Captain William Douglas


Annie Laurie

It is traditionally thought that William Douglas, a soldier in the Royal Scots, wrote the words to this old Scottish love song after falling for the daughter of Robert Laurie, the first baronet of Maxwelton, three miles east of Moniaive in Dumfries and Galloway.

Also known as "Maxwelton's Braes" (riverbanks), the lines attributed to Douglas speak of a lovers' pact with "bonnie Annie Laurie". The soldier, who rose to become a captain before his Jacobite allegiances resulted in his exile, is believed to have had a romance with Anne Laurie while she was still in her teens.

If there was any romance, it is likely her father opposed the match, either because his daughter was too young, or because of Douglas's political beliefs. Both went on to marry other people, Laurie marrying the Laird of Craigdarroch and Douglas eloping with a Lanarkshire heiress.

The words were first recorded in 1823 in Sharpe's Ballad Book. It became popular with soldiers in the Crimean War thanks to Lady John Scott, who modernised the verses and set it to music. In the late 1850s, she published the song as part of a collection of verse sold to benefit the widows and orphans of those who had fought in the Crimea

Captain William Douglas'  home was at Fingland only 12 miles from Annie's Maxwelton, but they appear to have had their first meeting at an Edinburgh ball. They fell in love, but there were complications. Annie's father, who had been knighted by James VII two years after she was born, was a strong Royalist and a vigorous persecutor of Jacobites and Covenanters--not surprising since he was a cousin of the notorious butcher of Covenanters, Grierson of Lag. Indeed, it was in recognition of his anti-Jacobite and anti-Covenanter activities that he received his knighthood.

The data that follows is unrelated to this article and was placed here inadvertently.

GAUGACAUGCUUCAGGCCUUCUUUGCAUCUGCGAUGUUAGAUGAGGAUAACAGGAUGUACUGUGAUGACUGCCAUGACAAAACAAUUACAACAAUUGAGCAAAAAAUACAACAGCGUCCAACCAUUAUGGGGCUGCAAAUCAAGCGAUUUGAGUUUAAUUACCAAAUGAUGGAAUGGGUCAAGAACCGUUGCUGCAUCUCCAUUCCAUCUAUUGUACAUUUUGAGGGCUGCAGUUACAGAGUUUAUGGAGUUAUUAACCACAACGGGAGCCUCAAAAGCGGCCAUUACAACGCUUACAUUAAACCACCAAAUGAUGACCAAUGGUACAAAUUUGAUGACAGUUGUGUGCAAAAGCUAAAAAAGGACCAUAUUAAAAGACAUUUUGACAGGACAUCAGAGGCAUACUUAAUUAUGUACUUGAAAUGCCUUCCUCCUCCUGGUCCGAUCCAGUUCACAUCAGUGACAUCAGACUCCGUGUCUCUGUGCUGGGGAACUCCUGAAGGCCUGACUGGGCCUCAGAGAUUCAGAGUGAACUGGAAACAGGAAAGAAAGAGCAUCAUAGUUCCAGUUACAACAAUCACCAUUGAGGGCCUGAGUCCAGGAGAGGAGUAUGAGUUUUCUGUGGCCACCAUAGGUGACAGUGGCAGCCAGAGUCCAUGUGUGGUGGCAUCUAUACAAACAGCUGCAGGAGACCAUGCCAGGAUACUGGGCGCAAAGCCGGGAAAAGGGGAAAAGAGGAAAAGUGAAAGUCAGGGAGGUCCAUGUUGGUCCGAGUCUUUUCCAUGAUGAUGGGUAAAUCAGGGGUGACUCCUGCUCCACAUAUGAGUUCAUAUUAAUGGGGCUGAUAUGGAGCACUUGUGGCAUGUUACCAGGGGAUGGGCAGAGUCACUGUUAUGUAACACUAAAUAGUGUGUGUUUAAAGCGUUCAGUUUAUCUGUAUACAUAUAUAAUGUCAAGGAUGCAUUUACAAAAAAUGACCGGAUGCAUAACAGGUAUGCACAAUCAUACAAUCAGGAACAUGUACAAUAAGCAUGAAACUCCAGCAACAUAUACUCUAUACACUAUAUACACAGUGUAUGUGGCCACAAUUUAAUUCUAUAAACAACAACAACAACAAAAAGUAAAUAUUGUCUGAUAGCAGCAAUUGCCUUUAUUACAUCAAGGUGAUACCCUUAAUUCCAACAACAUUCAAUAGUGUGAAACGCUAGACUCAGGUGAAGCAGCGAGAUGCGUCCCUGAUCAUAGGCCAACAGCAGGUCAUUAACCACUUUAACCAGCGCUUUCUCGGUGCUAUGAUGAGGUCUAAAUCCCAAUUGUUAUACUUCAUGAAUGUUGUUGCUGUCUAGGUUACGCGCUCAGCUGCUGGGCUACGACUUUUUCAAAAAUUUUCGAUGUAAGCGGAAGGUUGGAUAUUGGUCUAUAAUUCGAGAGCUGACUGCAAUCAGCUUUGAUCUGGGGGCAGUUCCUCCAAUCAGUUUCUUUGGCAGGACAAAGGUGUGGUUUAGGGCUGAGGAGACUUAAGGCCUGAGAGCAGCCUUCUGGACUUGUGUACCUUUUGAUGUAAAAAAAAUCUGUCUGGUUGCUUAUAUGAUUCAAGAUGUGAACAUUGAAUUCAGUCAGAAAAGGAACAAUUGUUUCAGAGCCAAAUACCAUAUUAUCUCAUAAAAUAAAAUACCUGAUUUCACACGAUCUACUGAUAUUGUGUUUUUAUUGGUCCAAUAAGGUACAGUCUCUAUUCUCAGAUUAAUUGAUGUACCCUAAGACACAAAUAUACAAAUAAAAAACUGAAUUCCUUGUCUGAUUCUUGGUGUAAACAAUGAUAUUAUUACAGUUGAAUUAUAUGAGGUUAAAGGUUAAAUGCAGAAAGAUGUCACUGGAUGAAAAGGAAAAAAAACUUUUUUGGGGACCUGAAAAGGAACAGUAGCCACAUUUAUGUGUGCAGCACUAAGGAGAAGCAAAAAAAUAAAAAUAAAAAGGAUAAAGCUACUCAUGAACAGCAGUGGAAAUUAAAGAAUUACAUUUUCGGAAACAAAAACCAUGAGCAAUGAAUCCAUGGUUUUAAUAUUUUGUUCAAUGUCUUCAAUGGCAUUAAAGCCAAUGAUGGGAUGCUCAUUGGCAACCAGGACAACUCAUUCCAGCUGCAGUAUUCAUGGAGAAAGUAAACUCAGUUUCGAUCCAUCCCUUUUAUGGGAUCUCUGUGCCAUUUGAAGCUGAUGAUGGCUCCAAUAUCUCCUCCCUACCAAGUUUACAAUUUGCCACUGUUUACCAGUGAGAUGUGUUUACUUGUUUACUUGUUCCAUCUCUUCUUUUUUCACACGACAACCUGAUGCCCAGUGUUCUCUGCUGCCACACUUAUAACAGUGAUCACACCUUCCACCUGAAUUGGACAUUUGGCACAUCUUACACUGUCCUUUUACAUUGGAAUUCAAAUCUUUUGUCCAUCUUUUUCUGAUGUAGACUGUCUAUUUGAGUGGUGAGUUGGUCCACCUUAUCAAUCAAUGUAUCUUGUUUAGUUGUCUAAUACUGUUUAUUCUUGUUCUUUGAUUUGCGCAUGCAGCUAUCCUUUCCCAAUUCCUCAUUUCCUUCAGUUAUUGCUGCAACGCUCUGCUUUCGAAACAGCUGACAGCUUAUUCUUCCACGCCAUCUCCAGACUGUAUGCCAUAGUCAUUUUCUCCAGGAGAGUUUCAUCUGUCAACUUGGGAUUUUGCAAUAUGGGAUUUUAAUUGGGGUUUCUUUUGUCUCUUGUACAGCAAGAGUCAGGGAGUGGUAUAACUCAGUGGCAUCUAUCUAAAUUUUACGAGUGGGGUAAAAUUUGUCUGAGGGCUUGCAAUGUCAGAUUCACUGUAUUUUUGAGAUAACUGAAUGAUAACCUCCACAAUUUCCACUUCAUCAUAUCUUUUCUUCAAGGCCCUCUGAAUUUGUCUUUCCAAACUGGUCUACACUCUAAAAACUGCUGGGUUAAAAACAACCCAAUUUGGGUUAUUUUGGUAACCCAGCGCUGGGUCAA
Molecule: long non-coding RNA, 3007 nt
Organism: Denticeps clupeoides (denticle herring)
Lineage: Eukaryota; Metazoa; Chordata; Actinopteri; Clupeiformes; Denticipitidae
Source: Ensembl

Captain Douglas, on the other hand, was pledged to the Stuart cause, a Jacobite to the backbone, so that Sir Robert's attitude towards him as a son-in-law was less than enthusiastic. In any case, Douglas was something of a rough diamond, an expert swordsman with a fiery temper that landed him in a succession of duels. Legend has it that on one occasion he was literally crossing swords with Sir Robert when Annie came on the scene and put an end to it. Another opponent, wounded and disarmed by Douglas, later declared that he was defeated less by Douglas's skill than by his "fierce and squintin eyen".

Despite Sir Robert's disapproval, Annie and her lover continued to meet secretly in the seclusion of Maxwelton Braes until news came that a Stuart invasion was about to be launched. Captain Douglas had to leave at once for Edinburgh, but before he spurred away he penned his poetic tribute to his loved one, making up in passionate enthusiasm whatever may have been lacking in elegance and literary merit. Here is how he described the, apparently, shapely Annie:

She's backit like a Peacock,
She's breastit like a swan,
She's jimp about the middle,
Her waist ye weill may span,
Her waist ye weill may span,
And she has a rollin' eye,
And for bonnie Annie Laurie
I'll lay down my head and die.

Like his grandfather, James of Morton, he was a Commissioner of Supply in Dumfries, in 1693



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This page was last updated on 29 June 2015

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